Orthopedic surgeons endure long periods of schooling in order to begin practicing. The first step in the path is a bachelor's degree, preferably in biology or chemistry. Once undergraduate studies are complete, orthopedic surgeons must complete medical school to become medical doctor or a doctor of osteopathic medicine. After medical school, orthopedic surgeons may apply for residency at a hospital and demonstrate that they are knowledgeable and competent.
Orthopedic surgeons practice on patients who require diagnosis or treatment for bone, ligament, skeletal, tendon, or muscle injuries and diseases. This ranges from setting broken bones to installing orthopedic implants. They can do everything from building a cast for a particularly nasty sprain to performing delicate spinal surgery. When they perform surgery, they do so to salvage, replace, or repair damaged bones and joints and to help improve or mend the patient's skeletal health.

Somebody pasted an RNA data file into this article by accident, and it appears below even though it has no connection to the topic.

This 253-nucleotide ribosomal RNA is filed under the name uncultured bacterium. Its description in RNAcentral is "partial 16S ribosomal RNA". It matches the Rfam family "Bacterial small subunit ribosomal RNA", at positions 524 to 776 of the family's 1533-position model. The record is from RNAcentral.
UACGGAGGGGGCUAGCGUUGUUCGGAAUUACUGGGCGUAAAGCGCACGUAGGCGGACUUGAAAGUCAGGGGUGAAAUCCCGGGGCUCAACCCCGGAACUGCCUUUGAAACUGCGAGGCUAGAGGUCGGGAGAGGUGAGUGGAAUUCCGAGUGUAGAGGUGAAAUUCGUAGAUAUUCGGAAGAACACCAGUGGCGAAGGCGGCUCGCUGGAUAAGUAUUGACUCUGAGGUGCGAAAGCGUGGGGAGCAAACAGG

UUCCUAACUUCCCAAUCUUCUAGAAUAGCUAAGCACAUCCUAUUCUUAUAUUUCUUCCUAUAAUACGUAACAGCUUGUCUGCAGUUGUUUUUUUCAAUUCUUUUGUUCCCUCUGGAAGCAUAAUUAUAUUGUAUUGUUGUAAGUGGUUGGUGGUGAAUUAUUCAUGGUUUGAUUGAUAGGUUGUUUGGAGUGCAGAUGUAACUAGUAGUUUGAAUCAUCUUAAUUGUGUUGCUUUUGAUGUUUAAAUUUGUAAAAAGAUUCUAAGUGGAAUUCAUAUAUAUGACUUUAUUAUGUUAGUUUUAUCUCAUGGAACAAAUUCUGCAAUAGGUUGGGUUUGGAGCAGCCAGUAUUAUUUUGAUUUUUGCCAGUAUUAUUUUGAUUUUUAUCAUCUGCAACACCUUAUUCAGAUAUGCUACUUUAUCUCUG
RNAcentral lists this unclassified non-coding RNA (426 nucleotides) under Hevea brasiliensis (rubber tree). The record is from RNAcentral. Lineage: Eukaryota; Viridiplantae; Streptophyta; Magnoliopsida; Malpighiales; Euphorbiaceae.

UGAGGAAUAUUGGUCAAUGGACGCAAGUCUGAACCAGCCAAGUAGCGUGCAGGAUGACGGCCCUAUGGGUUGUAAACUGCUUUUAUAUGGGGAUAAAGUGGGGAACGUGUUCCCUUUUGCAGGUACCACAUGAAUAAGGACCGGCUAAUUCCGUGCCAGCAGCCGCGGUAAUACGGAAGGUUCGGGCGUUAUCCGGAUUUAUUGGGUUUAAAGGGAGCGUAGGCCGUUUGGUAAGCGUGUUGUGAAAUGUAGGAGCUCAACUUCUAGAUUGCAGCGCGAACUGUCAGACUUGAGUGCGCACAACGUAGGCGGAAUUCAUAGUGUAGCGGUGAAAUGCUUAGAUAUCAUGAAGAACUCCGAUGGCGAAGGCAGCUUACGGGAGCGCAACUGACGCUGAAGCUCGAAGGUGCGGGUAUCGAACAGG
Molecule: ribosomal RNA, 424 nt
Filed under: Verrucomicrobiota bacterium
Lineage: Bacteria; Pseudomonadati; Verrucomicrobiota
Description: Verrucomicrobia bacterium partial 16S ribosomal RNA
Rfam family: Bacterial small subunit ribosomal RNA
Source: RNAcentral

Orthopedic surgeons often work with their patients through every step of the recovery process. This involves monitoring their patient's health and the progress of their recovery. Since circumstances can change rapidly when dealing with patient's health, orthopedic surgeons must also be prepared to change treatments and prescriptions as necessary. They may also prescribe medicine to their patients as necessary. Ultimately, the goal of every orthopedic surgeon is to perform complication-free surgery and to do what they can to ensure a speedy recovery for their patients.
Orthopedic Surgeon Tasks
- Monitor ongoing progress and health of patients, changing treatment plans as circumstances dictate.
- Perform surgery to repair, salvage, or replace bones and joints, reconnect nerves, or otherwise improve skeletal health.
- Examine patients to diagnose and treat bone, joint, ligament, and skeleton problems, diseases, or injuries.